The standard for greatness

JIM KERNAGHAN -- London Free Press

, Last Updated: 8:33 AM ET

London Knights fans were spreading out from the John Labatt Centre in loud concentric waves, but one ex-Knight hadn't left.

Hanging around to savour the Memorial Cup victory was Gene Chiarello, who backstopped the Knights to within a game of making it to the final in 1999.

Chiarello never cringed as a goaltender and never flinched when he underwent a successful operation for brain cancer.

On this night, he wept when the Memorial Cup was held aloft. So did Mayor Anne Marie DeCicco. So did a lot of others.

A decade or two from now, when witnesses to the Knights' epic Memorial Cup victory will swell from the 8,905 who were present to about 18,000 who said they were, folks might still be talking about it with a bit of a mist in the eye.

Might is the word because not minutes after their resounding 4-0 victory Sunday night came talk of a repeat appearance in the coach's room. They were talking about another one in three years. Fans tend to focus on the most recent victory and these guys are talking about getting back to the Cup in that span.

If you're into numerology, maybe four years makes a bit more sense.

It was 40 years after their inception when the Knights finally won it. They went four straight in the final series. They won the final game 4-0.

For now, the amazing season, playoff and championship the Knights put together is the stuff of a new legend.

We don't know whether this was the best team in the history of Canadian junior hockey, but the absolute dominance it showed in the pivotal game sent longtime hockey followers away with the notion it was the best they'd seen in their lifetimes. This was one fine hockey team.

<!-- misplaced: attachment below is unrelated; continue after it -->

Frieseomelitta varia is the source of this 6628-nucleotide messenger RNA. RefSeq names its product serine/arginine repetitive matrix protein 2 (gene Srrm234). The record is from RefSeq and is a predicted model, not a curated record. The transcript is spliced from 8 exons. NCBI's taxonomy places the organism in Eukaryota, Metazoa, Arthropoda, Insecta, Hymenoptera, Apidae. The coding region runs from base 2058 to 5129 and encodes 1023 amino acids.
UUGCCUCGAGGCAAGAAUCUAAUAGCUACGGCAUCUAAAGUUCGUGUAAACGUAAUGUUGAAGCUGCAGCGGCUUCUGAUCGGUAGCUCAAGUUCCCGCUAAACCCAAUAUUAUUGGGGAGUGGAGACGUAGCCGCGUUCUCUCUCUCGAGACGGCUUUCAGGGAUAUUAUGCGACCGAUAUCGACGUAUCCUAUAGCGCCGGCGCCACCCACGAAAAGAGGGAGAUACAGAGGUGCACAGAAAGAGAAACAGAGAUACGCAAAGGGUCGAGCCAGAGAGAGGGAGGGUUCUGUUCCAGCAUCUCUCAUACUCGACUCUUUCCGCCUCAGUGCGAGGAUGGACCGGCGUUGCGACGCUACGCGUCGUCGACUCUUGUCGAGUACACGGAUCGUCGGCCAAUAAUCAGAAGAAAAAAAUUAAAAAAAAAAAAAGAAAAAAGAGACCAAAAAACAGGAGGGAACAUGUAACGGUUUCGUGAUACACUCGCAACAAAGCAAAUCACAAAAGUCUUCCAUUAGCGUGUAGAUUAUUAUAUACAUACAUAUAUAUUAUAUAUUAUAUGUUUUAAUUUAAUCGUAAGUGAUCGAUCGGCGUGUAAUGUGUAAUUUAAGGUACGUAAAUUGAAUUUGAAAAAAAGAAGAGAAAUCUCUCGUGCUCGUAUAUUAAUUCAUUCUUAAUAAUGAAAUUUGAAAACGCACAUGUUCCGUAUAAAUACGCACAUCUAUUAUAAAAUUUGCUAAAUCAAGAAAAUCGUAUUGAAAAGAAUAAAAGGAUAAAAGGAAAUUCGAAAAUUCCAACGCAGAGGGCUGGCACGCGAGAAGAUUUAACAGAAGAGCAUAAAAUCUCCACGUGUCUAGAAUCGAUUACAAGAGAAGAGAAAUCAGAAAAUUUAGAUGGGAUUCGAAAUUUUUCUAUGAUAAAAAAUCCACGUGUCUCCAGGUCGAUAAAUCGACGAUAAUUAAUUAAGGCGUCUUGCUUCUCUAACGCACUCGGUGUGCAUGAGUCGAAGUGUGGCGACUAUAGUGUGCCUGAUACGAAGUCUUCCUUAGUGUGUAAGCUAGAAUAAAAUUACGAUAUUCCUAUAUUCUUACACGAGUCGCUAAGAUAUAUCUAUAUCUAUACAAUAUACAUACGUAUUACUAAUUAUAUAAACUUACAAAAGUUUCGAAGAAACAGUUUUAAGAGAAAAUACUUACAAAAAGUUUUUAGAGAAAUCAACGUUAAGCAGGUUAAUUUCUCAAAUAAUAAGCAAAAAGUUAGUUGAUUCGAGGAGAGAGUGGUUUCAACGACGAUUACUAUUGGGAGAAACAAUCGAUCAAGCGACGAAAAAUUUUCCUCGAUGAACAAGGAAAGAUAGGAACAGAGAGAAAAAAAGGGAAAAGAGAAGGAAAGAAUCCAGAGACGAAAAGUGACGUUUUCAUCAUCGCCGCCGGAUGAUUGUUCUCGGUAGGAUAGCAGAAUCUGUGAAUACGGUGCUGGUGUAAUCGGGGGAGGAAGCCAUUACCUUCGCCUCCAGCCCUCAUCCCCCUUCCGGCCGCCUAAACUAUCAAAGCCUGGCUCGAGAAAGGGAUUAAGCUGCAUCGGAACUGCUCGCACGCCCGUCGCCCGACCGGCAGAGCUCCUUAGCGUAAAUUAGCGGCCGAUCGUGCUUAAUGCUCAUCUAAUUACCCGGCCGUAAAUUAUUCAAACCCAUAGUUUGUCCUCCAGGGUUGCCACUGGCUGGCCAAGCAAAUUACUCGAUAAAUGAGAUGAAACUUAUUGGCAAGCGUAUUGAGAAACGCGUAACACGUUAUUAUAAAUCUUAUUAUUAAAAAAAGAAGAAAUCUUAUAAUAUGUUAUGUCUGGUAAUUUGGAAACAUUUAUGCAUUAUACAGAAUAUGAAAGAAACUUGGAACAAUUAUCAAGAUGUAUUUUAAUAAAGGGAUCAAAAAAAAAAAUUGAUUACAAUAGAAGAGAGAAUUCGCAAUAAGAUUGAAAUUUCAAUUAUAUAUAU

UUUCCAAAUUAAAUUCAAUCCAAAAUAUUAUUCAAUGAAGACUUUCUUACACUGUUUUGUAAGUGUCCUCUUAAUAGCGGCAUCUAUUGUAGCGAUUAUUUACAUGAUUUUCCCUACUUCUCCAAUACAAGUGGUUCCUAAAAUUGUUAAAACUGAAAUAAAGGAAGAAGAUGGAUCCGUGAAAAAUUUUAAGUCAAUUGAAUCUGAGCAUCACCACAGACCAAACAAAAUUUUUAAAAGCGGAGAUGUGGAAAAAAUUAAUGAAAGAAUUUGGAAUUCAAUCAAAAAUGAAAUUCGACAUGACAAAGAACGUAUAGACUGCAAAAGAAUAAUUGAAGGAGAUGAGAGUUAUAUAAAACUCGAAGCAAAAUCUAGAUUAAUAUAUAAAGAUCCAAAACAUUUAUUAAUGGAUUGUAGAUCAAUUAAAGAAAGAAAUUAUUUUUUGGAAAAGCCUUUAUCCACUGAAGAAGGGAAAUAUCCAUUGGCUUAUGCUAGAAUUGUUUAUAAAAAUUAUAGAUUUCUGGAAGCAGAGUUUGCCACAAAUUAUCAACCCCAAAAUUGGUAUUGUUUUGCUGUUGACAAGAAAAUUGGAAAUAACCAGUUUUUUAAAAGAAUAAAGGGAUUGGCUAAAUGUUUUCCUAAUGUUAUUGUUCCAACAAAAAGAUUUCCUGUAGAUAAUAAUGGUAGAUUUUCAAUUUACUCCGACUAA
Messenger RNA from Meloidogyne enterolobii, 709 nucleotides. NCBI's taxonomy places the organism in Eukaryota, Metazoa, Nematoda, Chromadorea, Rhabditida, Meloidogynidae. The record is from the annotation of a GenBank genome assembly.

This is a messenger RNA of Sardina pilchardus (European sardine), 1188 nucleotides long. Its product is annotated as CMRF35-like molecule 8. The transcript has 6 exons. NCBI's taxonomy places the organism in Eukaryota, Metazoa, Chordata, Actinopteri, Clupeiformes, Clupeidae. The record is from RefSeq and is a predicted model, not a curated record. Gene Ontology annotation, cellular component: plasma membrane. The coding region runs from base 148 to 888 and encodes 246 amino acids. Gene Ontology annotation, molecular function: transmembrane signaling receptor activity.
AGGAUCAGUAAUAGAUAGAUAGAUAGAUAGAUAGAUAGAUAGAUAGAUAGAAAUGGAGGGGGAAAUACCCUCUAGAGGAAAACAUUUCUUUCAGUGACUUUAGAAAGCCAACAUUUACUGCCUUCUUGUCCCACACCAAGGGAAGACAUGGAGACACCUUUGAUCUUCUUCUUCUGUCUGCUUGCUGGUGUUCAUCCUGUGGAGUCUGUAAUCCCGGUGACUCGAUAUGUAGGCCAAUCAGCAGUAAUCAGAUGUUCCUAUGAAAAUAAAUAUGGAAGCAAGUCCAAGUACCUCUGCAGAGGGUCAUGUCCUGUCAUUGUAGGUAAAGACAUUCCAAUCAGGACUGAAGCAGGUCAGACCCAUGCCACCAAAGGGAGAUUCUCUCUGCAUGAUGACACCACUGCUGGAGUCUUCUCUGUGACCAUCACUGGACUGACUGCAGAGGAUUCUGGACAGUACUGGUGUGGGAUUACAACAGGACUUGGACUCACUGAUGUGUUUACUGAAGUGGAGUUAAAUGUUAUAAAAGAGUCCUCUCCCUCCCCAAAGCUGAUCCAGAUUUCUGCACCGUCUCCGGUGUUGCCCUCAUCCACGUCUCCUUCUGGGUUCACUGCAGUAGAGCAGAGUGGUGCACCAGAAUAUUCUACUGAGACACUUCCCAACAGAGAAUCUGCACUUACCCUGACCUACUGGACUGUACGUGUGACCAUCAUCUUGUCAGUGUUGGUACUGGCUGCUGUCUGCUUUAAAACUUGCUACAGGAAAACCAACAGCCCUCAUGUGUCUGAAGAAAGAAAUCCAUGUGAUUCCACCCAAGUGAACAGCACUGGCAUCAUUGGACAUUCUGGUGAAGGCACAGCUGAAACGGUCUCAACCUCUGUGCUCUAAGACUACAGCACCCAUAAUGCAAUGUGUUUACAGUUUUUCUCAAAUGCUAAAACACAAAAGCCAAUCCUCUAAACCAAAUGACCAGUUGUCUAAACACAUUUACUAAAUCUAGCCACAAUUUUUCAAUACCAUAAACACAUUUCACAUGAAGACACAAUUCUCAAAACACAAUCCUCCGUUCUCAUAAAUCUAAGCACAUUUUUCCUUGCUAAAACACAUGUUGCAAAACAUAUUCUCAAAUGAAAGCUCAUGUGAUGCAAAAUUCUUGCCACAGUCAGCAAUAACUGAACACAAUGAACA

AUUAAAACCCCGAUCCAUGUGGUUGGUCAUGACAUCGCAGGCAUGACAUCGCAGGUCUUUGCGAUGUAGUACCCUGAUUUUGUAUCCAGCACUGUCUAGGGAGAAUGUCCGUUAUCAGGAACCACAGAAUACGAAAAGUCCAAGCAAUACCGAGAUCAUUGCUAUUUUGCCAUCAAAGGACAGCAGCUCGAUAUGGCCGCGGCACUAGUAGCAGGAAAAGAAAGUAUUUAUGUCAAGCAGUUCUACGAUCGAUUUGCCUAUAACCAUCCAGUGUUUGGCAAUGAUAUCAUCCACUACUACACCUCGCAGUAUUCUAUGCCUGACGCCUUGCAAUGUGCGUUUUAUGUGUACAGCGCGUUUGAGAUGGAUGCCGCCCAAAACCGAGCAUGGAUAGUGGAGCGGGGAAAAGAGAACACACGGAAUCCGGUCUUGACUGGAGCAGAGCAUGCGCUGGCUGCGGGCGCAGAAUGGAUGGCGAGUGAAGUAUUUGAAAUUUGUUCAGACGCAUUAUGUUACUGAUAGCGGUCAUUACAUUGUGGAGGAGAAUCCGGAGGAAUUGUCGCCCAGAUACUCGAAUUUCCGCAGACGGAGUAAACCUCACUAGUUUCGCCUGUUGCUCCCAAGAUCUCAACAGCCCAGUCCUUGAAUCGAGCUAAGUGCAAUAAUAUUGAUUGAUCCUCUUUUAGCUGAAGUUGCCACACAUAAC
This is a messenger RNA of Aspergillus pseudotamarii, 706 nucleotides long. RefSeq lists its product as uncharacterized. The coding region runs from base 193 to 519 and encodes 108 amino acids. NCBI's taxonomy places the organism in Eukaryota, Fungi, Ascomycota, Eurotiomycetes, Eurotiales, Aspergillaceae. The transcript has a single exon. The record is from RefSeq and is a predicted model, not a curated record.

There certainly will never be a team quite like it. Elite teams will come and they will go, each memorable in its own way, but none will be quite the same as the poised, extravagantly skilled and superbly focused Knights of 2004-05.

It was some run, one with an Olympic-style secret. There was a special Knights coin embedded below centre ice for the tournament.

Numbers are a mere backdrop to the flesh-and-blood striving that went into it all but they cannot be ignored: Of 90 regular season and playoff games, they won 79, lost nine, tied two. And that was with key guys gone to the world junior championship, then taken out of the lineup for the final few meaningless games of the season.

The Knights' record-cracking season included their famous 31-game unbeaten string and continues with a long list of league and national records for scoring, road and away wins and all the other statistical flourishes of a special team.

No wonder they'll all be off together on a free Mexican vacation soon. The Knights were simply a terrific team.

And one terrific story. The Memorial Cup win certainly sits high on the the list of momentous events in a city with some pretty rich history.

Sandy Somerville winning the U.S. amateur golf title in 1932 is one. The London Majors taking the world sandlot baseball title in 1948 is another.

What about the time the London Knights were the only team to knock off the touring Soviet national hockey team in 1971 -- the same team the pros shaded in their epic Summit Series a year later?